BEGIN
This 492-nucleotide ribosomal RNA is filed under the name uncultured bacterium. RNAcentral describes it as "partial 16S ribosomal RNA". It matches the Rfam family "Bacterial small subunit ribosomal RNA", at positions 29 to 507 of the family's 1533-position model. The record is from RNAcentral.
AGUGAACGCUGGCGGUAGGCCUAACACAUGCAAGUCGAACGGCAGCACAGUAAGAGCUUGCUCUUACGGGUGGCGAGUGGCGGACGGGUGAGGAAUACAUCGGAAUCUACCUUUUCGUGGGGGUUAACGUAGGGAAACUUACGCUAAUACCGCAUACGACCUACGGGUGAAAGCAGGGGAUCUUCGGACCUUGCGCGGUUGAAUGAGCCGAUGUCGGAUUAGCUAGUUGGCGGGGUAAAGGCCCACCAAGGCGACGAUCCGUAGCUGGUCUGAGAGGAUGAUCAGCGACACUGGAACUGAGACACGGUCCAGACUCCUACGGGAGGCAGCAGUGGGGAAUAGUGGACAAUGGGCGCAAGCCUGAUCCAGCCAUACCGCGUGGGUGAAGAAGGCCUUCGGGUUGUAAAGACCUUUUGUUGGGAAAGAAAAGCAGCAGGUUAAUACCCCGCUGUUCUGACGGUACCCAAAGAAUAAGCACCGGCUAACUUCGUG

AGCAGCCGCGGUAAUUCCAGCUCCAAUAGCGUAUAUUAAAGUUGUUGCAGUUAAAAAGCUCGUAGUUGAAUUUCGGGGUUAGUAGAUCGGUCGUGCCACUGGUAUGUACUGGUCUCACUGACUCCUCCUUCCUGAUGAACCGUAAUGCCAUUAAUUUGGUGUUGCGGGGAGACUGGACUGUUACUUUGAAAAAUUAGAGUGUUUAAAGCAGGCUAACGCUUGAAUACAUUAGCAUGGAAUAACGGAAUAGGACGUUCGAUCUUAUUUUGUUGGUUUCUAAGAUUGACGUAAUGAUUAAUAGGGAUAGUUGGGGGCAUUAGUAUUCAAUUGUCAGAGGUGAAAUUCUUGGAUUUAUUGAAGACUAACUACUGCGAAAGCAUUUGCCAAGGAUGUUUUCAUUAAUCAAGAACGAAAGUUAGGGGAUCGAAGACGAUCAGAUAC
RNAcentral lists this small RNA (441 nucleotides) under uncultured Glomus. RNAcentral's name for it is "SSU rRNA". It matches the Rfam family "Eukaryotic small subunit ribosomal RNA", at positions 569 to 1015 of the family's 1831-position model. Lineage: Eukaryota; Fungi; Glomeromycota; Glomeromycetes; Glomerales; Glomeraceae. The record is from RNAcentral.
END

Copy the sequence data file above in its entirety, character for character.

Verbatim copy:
This 492-nucleotide ribosomal RNA is filed under the name uncultured bacterium. RNAcentral describes it as "partial 16S ribosomal RNA". It matches the Rfam family "Bacterial small subunit ribosomal RNA", at positions 29 to 507 of the family's 1533-position model. The record is from RNAcentral.
AGUGAACGCUGGCGGUAGGCCUAACACAUGCAAGUCGAACGGCAGCACAGUAAGAGCUUGCUCUUACGGGUGGCGAGUGGCGGACGGGUGAGGAAUACAUCGGAAUCUACCUUUUCGUGGGGGUUAACGUAGGGAAACUUACGCUAAUACCGCAUACGACCUACGGGUGAAAGCAGGGGAUCUUCGGACCUUGCGCGGUUGAAUGAGCCGAUGUCGGAUUAGCUAGUUGGCGGGGUAAAGGCCCACCAAGGCGACGAUCCGUAGCUGGUCUGAGAGGAUGAUCAGCGACACUGGAACUGAGACACGGUCCAGACUCCUACGGGAGGCAGCAGUGGGGAAUAGUGGACAAUGGGCGCAAGCCUGAUCCAGCCAUACCGCGUGGGUGAAGAAGGCCUUCGGGUUGUAAAGACCUUUUGUUGGGAAAGAAAAGCAGCAGGUUAAUACCCCGCUGUUCUGACGGUACCCAAAGAAUAAGCACCGGCUAACUUCGUG

AGCAGCCGCGGUAAUUCCAGCUCCAAUAGCGUAUAUUAAAGUUGUUGCAGUUAAAAAGCUCGUAGUUGAAUUUCGGGGUUAGUAGAUCGGUCGUGCCACUGGUAUGUACUGGUCUCACUGACUCCUCCUUCCUGAUGAACCGUAAUGCCAUUAAUUUGGUGUUGCGGGGAGACUGGACUGUUACUUUGAAAAAUUAGAGUGUUUAAAGCAGGCUAACGCUUGAAUACAUUAGCAUGGAAUAACGGAAUAGGACGUUCGAUCUUAUUUUGUUGGUUUCUAAGAUUGACGUAAUGAUUAAUAGGGAUAGUUGGGGGCAUUAGUAUUCAAUUGUCAGAGGUGAAAUUCUUGGAUUUAUUGAAGACUAACUACUGCGAAAGCAUUUGCCAAGGAUGUUUUCAUUAAUCAAGAACGAAAGUUAGGGGAUCGAAGACGAUCAGAUAC
RNAcentral lists this small RNA (441 nucleotides) under uncultured Glomus. RNAcentral's name for it is "SSU rRNA". It matches the Rfam family "Eukaryotic small subunit ribosomal RNA", at positions 569 to 1015 of the family's 1831-position model. Lineage: Eukaryota; Fungi; Glomeromycota; Glomeromycetes; Glomerales; Glomeraceae. The record is from RNAcentral.